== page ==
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BBC documentary on PM Modi: Kolkata screenings by left leaning student organisations

BBC documentary on PM Modi: Kolkata screenings by left-leaning student organisations

BBC documentary on PM Modi: Kolkata screenings by left-leaning student organisations
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By CNBCTV18.com Jan 25, 2023 11:16:52 PM IST (Updated)

Four students have been detained for allegedly creating a ruckus outside Jamia Millia Islamia University in Delhi over the screening.

After an attempted screening on Jawaharlal Nehru University's campus was met by stone pelting and administrative intervention, controversy around the BBC documentary on Prime Minister Narendra Modi's tenure after his re-election in 2019 lingers on.

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The Centre on Saturday used emergency powers to block the series' airing in India, claiming it was "undermining the sovereignty and integrity of India." Links to the documentary shared on Twitter and clips published on YouTube and Vimeo were deleted and removed.
Left student bodies plan to screen BBC documentary on PM in Kolkata
Left student bodies of West Bengal have planned to screen the controversial BBC documentary on the 2002 Gujarat riots and Prime Minister Narendra Modi on the campuses of at least two universities of Kolkata.
The Student Federation of India (SFI) will show the documentary at Jadavpur University on Thursday and at Presidency University the day after, the state organisation’s assistant secretary Subhajit Sarkar said.
“The documentary will be screened via a projector. We are yet to get permission from the university authorities. We will carry on with the screening even if we do not get it,” Sarkar said. “We hope that many of the general students, including those who don’t support us, will come and watch it. We want people to join us in discussion and debate about the film,” he said.
Four detained outside Jamia University
Four students have been detained for allegedly creating a ruckus outside Jamia Millia Islamia University in Delhi over the screening.
University administration had said that they would not allow any unauthorised gathering on campus after the Students Federation of India had announced the screening.
BBC airs second half of "India: The Modi Question" series in the UK
BBC news on Tuesday aired the second and final episode of the controversial documentary in the UK. According to their website, the episode looks into the "troubled relationship" between Modi's government and the Muslim minority in India. The hour-long episode touches upon the removal of Kashmir's special status under Article 370 and the Citizenship (Amendment) Act, 2019.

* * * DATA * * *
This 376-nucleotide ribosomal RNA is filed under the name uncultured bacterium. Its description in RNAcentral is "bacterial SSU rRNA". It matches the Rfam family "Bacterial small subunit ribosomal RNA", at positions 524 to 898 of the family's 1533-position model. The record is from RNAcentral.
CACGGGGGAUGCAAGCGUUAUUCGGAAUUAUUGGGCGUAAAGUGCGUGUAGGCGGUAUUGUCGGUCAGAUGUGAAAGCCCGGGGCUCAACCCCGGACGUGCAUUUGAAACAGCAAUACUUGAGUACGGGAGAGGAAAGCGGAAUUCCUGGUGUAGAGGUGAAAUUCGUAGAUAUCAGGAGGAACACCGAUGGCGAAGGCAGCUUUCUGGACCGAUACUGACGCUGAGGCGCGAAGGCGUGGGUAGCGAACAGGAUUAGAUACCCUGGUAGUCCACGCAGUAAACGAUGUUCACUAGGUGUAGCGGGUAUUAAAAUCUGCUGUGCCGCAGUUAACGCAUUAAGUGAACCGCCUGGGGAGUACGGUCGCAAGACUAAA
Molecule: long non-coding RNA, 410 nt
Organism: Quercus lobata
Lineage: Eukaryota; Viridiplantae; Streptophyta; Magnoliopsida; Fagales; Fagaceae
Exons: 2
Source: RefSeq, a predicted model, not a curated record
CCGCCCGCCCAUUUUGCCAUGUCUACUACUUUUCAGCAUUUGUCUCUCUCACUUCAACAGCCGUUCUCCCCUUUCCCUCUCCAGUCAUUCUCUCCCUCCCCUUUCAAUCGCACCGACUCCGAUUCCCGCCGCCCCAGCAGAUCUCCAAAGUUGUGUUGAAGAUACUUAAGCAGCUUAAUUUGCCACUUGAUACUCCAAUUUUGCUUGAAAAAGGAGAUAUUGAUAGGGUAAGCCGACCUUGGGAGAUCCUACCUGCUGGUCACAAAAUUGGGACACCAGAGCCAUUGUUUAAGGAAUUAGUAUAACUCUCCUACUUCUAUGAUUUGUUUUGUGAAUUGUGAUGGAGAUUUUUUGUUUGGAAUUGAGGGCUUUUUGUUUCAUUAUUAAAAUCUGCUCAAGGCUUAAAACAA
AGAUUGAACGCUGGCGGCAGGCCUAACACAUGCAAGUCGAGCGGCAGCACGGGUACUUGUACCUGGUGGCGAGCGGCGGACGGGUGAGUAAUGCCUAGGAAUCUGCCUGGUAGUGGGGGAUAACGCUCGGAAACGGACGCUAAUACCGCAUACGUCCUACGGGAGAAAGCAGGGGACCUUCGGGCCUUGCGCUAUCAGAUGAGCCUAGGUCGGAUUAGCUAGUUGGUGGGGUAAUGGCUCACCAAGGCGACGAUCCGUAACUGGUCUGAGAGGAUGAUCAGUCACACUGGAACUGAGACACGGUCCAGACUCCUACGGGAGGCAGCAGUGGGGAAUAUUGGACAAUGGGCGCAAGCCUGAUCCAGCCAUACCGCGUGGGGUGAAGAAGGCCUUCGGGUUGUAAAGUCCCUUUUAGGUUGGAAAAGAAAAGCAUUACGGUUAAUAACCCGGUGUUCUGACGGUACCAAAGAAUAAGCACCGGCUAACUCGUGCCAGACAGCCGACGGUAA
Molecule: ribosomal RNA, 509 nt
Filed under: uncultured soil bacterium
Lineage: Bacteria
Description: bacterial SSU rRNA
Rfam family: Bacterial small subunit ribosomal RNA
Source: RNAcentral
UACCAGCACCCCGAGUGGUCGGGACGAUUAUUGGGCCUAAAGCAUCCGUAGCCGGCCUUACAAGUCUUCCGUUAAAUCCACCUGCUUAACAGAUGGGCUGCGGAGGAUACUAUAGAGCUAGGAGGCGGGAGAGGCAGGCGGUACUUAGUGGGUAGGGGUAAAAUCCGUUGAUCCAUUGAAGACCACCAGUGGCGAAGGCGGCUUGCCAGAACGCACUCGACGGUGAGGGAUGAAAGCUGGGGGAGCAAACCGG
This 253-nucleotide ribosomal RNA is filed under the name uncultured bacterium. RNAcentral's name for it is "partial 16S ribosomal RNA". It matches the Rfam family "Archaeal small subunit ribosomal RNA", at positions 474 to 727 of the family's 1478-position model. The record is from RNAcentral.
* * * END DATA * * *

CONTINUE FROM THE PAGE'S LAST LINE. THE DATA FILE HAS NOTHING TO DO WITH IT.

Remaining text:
"Modi and his government reject any suggestion that their policies reflect any prejudice towards Muslims, but these policies have been repeatedly criticised by human rights organisations such as Amnesty International," the description reads.
JNU screening aftermath
On Wednesday, Union Minister of State for External Affairs V. Muraleedharan called JNU students "miscreants" for trying to "break the country" by hosting a screening of the documentary and called for police action against them.
"The tukde tukde gang, they are trying to create trouble," he told reports.
A Tuesday night screening of the BBC documentary by the JNU Student Union was met by stone pelting from Akhil Bharatiya Vidyarthi Parishad members, students allege. The ABVP outfit denied such allegations.
Students also said that the college administration cut off power and internet to stop the event, forcing them to watch the series on their phones. This came after students had earlier been advised against the screening and were warned of "strict disciplinary action."
Fresh political reactions
Senior Congress leader and Lok Sabha MP Shashi Tharoor on Wednesday called the ban an overreaction and said it was an unnecessary move by the Centre.
"How can a documentary affect sovereignty of our nation? The ban is an overreaction and unnecessary by Centre. We're a strong country, we could've ignored this. Our sovereignty and national security isn't something that can be easily affected by a documentary," Tharoor told reporters.
Kerala Governor Arif Mohammad Khan of the Bharatiya Janata Party also spoke to reporters and questioned the timing of the documentary's release by the BBC.
"This is the time India has assumed G20 presidency. Why has this particular time been chosen to bring out this scurrilous material? You cannot ignore these things and particularly when it is coming from a source who ruled over us for over 200 years," Khan said.
Contention over the documentary has caused a sharp split in discourse with opposition leaders like Congress' Rahul Gandhi and Lok Sabha MP Mahua Moitra on one side calling out the Modi government for its "raging censorship." The Centre, however, maintains that the decision to block the documentary was not about censorship but about "keeping order."
Earlier this week, UK Prime Minister Rishi Sunak jumped to the defence of his Indian counterpart, telling his opposition that he disagreed with the BBC documentary's "characterisation" of Modi.
BJP protesters in Kerala booked by police
Kerala police on Wednesday registered a case against BJP workers who protested at Poojapura and Manaveeyam street in Thiruvananthapuram for unlawful assembly and traffic disruption.
They had gathered there to protest Tuesday screenings of the documentary by the Youth Congress and DYFI.
 
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